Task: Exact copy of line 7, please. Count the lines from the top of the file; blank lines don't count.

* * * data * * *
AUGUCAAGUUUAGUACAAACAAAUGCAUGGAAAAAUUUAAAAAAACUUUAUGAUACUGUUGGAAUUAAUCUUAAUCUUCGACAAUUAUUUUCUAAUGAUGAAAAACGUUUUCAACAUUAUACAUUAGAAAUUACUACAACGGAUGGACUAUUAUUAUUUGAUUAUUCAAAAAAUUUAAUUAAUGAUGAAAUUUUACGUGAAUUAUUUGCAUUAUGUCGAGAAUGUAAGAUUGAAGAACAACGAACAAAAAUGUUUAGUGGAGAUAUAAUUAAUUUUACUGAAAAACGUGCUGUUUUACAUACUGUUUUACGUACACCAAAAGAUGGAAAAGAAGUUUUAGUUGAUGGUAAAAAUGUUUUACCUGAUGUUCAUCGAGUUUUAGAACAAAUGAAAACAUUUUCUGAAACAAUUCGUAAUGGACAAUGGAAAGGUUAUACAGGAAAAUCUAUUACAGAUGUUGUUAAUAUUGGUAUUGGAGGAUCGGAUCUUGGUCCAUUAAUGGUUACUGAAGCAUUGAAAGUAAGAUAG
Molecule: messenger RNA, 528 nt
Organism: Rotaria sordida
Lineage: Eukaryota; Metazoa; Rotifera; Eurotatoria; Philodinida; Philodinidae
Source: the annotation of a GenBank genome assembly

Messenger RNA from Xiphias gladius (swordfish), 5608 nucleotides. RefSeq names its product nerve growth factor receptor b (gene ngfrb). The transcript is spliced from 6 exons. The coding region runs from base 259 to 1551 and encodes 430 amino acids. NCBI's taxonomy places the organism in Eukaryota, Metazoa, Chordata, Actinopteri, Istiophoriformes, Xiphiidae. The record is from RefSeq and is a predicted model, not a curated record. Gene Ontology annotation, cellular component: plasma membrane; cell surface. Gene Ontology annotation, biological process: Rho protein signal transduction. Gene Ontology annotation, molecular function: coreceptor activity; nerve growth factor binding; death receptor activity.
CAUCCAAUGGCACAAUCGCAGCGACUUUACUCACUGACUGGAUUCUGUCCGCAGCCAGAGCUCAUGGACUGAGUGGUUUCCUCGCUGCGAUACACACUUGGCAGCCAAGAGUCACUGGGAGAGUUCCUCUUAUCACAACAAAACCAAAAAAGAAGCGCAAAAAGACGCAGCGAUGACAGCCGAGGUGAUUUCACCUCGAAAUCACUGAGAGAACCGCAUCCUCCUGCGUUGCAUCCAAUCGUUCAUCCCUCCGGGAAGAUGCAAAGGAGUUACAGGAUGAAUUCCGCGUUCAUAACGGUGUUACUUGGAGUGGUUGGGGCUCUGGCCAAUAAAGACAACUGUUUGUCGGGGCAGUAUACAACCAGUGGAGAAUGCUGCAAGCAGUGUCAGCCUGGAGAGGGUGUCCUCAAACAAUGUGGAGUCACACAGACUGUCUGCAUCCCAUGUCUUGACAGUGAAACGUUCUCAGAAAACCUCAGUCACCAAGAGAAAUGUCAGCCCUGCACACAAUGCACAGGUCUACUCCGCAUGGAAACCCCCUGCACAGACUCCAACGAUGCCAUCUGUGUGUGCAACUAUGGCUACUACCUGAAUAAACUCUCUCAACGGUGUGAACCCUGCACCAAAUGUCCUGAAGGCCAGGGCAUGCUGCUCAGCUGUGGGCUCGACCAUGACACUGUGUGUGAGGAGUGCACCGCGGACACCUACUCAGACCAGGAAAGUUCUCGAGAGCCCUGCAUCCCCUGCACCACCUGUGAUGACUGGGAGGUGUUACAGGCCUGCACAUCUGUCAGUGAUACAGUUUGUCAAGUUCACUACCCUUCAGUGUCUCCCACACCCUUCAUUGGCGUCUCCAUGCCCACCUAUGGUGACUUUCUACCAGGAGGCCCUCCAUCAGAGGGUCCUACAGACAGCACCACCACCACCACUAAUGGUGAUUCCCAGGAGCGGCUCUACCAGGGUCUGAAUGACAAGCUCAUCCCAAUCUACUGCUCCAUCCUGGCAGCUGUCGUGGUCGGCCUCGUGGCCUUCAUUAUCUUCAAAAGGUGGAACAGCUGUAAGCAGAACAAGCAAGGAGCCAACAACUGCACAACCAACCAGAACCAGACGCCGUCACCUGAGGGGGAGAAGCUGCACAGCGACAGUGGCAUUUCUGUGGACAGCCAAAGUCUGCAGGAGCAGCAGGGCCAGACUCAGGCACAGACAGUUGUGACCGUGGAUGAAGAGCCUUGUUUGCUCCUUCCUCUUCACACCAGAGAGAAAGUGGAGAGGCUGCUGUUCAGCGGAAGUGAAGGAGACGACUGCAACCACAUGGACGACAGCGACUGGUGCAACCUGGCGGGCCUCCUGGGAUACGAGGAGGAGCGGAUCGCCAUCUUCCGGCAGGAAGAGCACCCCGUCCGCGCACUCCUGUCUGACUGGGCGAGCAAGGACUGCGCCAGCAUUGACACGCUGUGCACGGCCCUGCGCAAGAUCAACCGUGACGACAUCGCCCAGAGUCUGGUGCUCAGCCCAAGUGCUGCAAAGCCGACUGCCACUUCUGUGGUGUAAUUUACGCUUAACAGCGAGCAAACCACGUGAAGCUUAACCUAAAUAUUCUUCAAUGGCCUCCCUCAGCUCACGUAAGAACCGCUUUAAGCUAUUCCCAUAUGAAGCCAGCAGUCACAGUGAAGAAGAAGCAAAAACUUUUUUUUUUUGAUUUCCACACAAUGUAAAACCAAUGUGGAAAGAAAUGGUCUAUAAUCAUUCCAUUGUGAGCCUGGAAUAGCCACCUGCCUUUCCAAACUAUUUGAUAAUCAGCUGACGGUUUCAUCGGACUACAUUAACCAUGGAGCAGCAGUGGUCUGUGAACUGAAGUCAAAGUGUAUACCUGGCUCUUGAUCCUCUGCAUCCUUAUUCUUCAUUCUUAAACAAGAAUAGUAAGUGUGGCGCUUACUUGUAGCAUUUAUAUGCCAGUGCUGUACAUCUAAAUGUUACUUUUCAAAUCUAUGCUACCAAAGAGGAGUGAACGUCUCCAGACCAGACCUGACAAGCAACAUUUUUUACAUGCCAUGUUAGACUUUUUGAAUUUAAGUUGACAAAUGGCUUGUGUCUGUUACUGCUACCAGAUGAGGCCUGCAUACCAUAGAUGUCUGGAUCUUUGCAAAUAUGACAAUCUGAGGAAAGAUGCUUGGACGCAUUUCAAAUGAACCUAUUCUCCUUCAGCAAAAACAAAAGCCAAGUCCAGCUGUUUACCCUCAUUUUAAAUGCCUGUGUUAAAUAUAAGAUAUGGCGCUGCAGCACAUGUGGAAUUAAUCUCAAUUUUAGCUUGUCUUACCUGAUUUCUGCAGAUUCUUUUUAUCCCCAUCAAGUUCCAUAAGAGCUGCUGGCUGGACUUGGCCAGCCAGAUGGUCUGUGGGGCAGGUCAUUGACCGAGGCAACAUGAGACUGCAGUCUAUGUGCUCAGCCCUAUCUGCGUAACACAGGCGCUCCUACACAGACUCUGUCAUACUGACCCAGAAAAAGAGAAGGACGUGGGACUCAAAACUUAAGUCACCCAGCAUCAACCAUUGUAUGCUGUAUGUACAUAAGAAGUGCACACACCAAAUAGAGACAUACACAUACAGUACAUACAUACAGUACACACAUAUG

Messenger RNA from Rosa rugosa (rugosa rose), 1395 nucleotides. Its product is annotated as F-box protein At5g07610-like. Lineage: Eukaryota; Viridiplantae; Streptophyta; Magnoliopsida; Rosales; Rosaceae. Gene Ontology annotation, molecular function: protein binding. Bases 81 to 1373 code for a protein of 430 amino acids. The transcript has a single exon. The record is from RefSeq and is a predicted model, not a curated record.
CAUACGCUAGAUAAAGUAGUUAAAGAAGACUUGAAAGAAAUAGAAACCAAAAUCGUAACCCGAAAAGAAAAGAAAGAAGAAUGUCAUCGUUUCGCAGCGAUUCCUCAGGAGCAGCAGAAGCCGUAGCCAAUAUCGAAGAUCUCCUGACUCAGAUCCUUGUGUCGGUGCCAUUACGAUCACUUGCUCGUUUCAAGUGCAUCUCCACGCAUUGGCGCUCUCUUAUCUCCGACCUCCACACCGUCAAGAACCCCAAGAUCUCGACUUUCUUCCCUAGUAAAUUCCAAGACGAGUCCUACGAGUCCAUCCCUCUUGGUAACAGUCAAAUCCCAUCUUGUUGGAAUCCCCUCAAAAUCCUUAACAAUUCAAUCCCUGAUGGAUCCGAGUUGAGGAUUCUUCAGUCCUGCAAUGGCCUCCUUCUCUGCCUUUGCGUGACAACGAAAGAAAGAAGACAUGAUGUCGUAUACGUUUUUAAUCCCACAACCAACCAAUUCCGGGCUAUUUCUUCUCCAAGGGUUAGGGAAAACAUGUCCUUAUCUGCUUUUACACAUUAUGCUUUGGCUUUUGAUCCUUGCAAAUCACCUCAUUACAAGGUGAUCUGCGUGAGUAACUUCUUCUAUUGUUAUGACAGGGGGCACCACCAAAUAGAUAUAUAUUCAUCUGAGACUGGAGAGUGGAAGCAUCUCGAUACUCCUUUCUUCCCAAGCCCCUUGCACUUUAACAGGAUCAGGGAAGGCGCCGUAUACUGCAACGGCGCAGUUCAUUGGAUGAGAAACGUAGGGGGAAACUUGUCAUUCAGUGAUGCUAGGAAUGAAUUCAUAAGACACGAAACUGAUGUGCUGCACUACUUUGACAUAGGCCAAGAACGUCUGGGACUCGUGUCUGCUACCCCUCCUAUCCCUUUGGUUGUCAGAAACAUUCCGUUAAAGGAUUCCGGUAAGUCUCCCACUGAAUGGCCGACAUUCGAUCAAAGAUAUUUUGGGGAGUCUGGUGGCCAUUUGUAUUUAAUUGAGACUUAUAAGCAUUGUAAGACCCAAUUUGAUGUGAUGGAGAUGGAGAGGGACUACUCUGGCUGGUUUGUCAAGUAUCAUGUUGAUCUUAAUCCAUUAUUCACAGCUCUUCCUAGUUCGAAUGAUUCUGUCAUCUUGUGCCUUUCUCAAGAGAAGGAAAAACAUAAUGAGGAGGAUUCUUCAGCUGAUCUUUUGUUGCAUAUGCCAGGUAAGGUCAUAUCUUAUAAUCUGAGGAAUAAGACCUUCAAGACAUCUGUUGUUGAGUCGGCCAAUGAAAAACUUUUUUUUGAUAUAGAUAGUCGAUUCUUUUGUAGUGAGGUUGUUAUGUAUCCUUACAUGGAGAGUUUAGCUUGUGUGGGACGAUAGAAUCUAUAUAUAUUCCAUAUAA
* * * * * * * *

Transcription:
CAUCCAAUGGCACAAUCGCAGCGACUUUACUCACUGACUGGAUUCUGUCCGCAGCCAGAGCUCAUGGACUGAGUGGUUUCCUCGCUGCGAUACACACUUGGCAGCCAAGAGUCACUGGGAGAGUUCCUCUUAUCACAACAAAACCAAAAAAGAAGCGCAAAAAGACGCAGCGAUGACAGCCGAGGUGAUUUCACCUCGAAAUCACUGAGAGAACCGCAUCCUCCUGCGUUGCAUCCAAUCGUUCAUCCCUCCGGGAAGAUGCAAAGGAGUUACAGGAUGAAUUCCGCGUUCAUAACGGUGUUACUUGGAGUGGUUGGGGCUCUGGCCAAUAAAGACAACUGUUUGUCGGGGCAGUAUACAACCAGUGGAGAAUGCUGCAAGCAGUGUCAGCCUGGAGAGGGUGUCCUCAAACAAUGUGGAGUCACACAGACUGUCUGCAUCCCAUGUCUUGACAGUGAAACGUUCUCAGAAAACCUCAGUCACCAAGAGAAAUGUCAGCCCUGCACACAAUGCACAGGUCUACUCCGCAUGGAAACCCCCUGCACAGACUCCAACGAUGCCAUCUGUGUGUGCAACUAUGGCUACUACCUGAAUAAACUCUCUCAACGGUGUGAACCCUGCACCAAAUGUCCUGAAGGCCAGGGCAUGCUGCUCAGCUGUGGGCUCGACCAUGACACUGUGUGUGAGGAGUGCACCGCGGACACCUACUCAGACCAGGAAAGUUCUCGAGAGCCCUGCAUCCCCUGCACCACCUGUGAUGACUGGGAGGUGUUACAGGCCUGCACAUCUGUCAGUGAUACAGUUUGUCAAGUUCACUACCCUUCAGUGUCUCCCACACCCUUCAUUGGCGUCUCCAUGCCCACCUAUGGUGACUUUCUACCAGGAGGCCCUCCAUCAGAGGGUCCUACAGACAGCACCACCACCACCACUAAUGGUGAUUCCCAGGAGCGGCUCUACCAGGGUCUGAAUGACAAGCUCAUCCCAAUCUACUGCUCCAUCCUGGCAGCUGUCGUGGUCGGCCUCGUGGCCUUCAUUAUCUUCAAAAGGUGGAACAGCUGUAAGCAGAACAAGCAAGGAGCCAACAACUGCACAACCAACCAGAACCAGACGCCGUCACCUGAGGGGGAGAAGCUGCACAGCGACAGUGGCAUUUCUGUGGACAGCCAAAGUCUGCAGGAGCAGCAGGGCCAGACUCAGGCACAGACAGUUGUGACCGUGGAUGAAGAGCCUUGUUUGCUCCUUCCUCUUCACACCAGAGAGAAAGUGGAGAGGCUGCUGUUCAGCGGAAGUGAAGGAGACGACUGCAACCACAUGGACGACAGCGACUGGUGCAACCUGGCGGGCCUCCUGGGAUACGAGGAGGAGCGGAUCGCCAUCUUCCGGCAGGAAGAGCACCCCGUCCGCGCACUCCUGUCUGACUGGGCGAGCAAGGACUGCGCCAGCAUUGACACGCUGUGCACGGCCCUGCGCAAGAUCAACCGUGACGACAUCGCCCAGAGUCUGGUGCUCAGCCCAAGUGCUGCAAAGCCGACUGCCACUUCUGUGGUGUAAUUUACGCUUAACAGCGAGCAAACCACGUGAAGCUUAACCUAAAUAUUCUUCAAUGGCCUCCCUCAGCUCACGUAAGAACCGCUUUAAGCUAUUCCCAUAUGAAGCCAGCAGUCACAGUGAAGAAGAAGCAAAAACUUUUUUUUUUUGAUUUCCACACAAUGUAAAACCAAUGUGGAAAGAAAUGGUCUAUAAUCAUUCCAUUGUGAGCCUGGAAUAGCCACCUGCCUUUCCAAACUAUUUGAUAAUCAGCUGACGGUUUCAUCGGACUACAUUAACCAUGGAGCAGCAGUGGUCUGUGAACUGAAGUCAAAGUGUAUACCUGGCUCUUGAUCCUCUGCAUCCUUAUUCUUCAUUCUUAAACAAGAAUAGUAAGUGUGGCGCUUACUUGUAGCAUUUAUAUGCCAGUGCUGUACAUCUAAAUGUUACUUUUCAAAUCUAUGCUACCAAAGAGGAGUGAACGUCUCCAGACCAGACCUGACAAGCAACAUUUUUUACAUGCCAUGUUAGACUUUUUGAAUUUAAGUUGACAAAUGGCUUGUGUCUGUUACUGCUACCAGAUGAGGCCUGCAUACCAUAGAUGUCUGGAUCUUUGCAAAUAUGACAAUCUGAGGAAAGAUGCUUGGACGCAUUUCAAAUGAACCUAUUCUCCUUCAGCAAAAACAAAAGCCAAGUCCAGCUGUUUACCCUCAUUUUAAAUGCCUGUGUUAAAUAUAAGAUAUGGCGCUGCAGCACAUGUGGAAUUAAUCUCAAUUUUAGCUUGUCUUACCUGAUUUCUGCAGAUUCUUUUUAUCCCCAUCAAGUUCCAUAAGAGCUGCUGGCUGGACUUGGCCAGCCAGAUGGUCUGUGGGGCAGGUCAUUGACCGAGGCAACAUGAGACUGCAGUCUAUGUGCUCAGCCCUAUCUGCGUAACACAGGCGCUCCUACACAGACUCUGUCAUACUGACCCAGAAAAAGAGAAGGACGUGGGACUCAAAACUUAAGUCACCCAGCAUCAACCAUUGUAUGCUGUAUGUACAUAAGAAGUGCACACACCAAAUAGAGACAUACACAUACAGUACAUACAUACAGUACACACAUAUG